Paskha (also spelled pascha, or pasha; Russian: па́сха; [ˈpasxə]; "Easter") is a Slavic festive dish made in Eastern Orthodox countries which consists of food that is forbidden during the fast of Great Lent. It is made during Holy Week and then brought to Church on Great Saturday to be blessed after the Paschal Vigil. The name of the dish comes from Pascha, the Eastern Orthodox celebration of Easter. Besides Russia, Ukraine, etc., pasha is also often served in Finland.
Cheese paskha is a traditional Easter dish made from quark (curd cheese, Russian: творог, tr. tvorog), which is white, symbolizing the purity of Christ, the Paschal Lamb, and the joy of the Resurrection. It is formed in a mold, traditionally in the shape of a truncated pyramid which symbolizes the first Passover in Egypt, a nod to Christianity’s early Jewish beginnings and a reminder that Jesus’ Last Supper was a Passover Seder. Others believe the pyramid is a symbol of the Trinity, the Church; Tomb of Christ). It is usually served as an accompaniment to rich Easter breads called paska in Ukraine and kulich in Russia (where the "paskha" name is also used in the Southern regions). The Easter foods; bread and cheese paska are very rich and made of many dairy items given up during Great Lent. They are brought to church on Easter to be blessed by the priest.
The pascha is decorated with traditional religious symbols, such as the Orthodox three-bar cross, and the letters X and B (Cyrillic letters which stands for Христосъ Воскресе which translates to Christ is Risen. This is the Slavonic form of the traditional Paschal greeting: "Christ is Risen!"). All of these religious decorations symbolize Christ's Passion and Resurrection.
The paskha can either be cooked or uncooked (raw). Cooked paskha is made in the form of an egg custard, to which the remaining ingredients are folded in. An uncooked paskha is made simply of the raw curd and the other ingredients mixed at room temperature. Since uncooked curd cannot be conserved for a long period of time, these paskhas are typically made smaller.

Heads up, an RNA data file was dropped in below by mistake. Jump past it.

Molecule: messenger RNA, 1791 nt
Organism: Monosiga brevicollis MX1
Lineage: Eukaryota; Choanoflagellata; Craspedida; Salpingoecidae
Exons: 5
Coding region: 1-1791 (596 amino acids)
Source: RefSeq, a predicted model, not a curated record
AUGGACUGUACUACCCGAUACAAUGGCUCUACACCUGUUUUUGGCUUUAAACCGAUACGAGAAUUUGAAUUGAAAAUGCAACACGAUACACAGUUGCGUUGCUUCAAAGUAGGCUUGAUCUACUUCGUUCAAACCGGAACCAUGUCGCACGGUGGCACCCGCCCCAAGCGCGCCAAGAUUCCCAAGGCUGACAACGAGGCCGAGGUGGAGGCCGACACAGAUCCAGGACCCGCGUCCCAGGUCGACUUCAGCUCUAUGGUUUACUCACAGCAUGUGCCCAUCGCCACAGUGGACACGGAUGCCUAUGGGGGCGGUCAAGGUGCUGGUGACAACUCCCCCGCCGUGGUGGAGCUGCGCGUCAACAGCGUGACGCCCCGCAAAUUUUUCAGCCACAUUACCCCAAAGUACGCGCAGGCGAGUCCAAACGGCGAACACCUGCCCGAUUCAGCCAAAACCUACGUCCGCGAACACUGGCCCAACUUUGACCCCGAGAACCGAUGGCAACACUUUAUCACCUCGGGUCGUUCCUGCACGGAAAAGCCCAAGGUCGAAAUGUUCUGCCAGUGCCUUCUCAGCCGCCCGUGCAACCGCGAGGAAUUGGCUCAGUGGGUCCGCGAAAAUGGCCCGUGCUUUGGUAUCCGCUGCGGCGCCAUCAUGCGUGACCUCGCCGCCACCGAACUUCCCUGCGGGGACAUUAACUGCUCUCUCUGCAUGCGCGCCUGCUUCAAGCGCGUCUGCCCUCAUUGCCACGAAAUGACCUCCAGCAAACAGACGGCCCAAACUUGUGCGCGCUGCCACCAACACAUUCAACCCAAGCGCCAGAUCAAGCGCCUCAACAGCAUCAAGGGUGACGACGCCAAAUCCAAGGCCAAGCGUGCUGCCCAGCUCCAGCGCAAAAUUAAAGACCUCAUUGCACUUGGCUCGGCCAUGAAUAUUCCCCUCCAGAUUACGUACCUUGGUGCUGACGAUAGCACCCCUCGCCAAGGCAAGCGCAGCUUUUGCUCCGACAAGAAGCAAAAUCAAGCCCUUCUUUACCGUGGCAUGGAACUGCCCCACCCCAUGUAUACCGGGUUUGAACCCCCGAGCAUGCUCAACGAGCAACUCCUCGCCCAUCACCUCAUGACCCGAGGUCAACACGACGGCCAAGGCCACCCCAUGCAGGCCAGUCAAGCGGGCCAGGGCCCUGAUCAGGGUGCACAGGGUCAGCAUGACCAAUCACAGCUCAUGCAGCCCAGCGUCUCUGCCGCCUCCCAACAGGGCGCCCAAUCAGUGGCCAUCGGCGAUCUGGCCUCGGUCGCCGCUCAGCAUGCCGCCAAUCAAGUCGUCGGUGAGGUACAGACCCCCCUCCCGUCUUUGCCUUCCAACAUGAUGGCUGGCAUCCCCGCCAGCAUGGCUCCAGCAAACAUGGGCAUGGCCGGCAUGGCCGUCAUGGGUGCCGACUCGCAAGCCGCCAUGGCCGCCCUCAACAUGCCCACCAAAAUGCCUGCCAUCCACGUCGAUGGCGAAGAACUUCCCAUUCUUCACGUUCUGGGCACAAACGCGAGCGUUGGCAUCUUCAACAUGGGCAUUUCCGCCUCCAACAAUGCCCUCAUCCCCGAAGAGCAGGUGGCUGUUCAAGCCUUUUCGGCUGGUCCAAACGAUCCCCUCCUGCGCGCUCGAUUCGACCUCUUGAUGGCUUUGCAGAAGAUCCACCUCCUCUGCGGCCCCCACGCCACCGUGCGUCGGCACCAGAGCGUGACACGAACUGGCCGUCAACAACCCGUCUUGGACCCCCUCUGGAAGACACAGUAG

The tvorog is first pressed in order to eliminate the maximum amount of liquid possible, then put twice through a sieve to make a homogeneous mass. If the paskha is cooked, this mass is then heated. The pan containing the mixture is then placed in a container of cold water and progressively cooled. Afterward, it is placed in a traditional wooden mould assembly called pasochnitsa (пасочница), with a layer of cheesecloth protecting the mould. The wooden mould can be taken apart for cleaning; however, more modern materials, such as plastics, are used nowadays. The mould is cooled for twelve hours in a cold, but not freezing place (typically in a cellar or refrigerator). Finally, the paskha is turned out of the mould, the cheesecloth removed, and put on a dish. It may then be decorated with candied fruits, nuts, or flowers. In contemporary times, cheese paska is not always formed in a mould and is sometimes served in a mound on a plate.
The paskha (or at least a portion of it) will be placed in an Easter basket together with other festal foods, and taken to church to be blessed.
Postcard design by Ivan Bilibin displaying cheese paskhas around kulich. "Kulich-city is standing, glorifying itself; Lauding itself over other cities; There is no other place better than me!; For I am all quark and dough!"
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|Wikimedia Commons has media related to Paskha (dish).|
- "Paskha". Marthastewart.com. 21 January 2016. Retrieved 28 December 2017.
- "Paskha Cheese". Epicurious.com. 20 August 2004. Retrieved 28 December 2017.
- "Sweetened Easter cheese (paskha)". Sbs.com.au. Retrieved 28 December 2017.
- "Happy Easter! Recipe - RecipeStudio". Recipestudio.com. Retrieved 28 December 2017.
- Design, Pallasart Web. "Easter in Imperial Times - Blog & Alexander Palace Time Machine". Alexanderpalace.org. Retrieved 28 December 2017.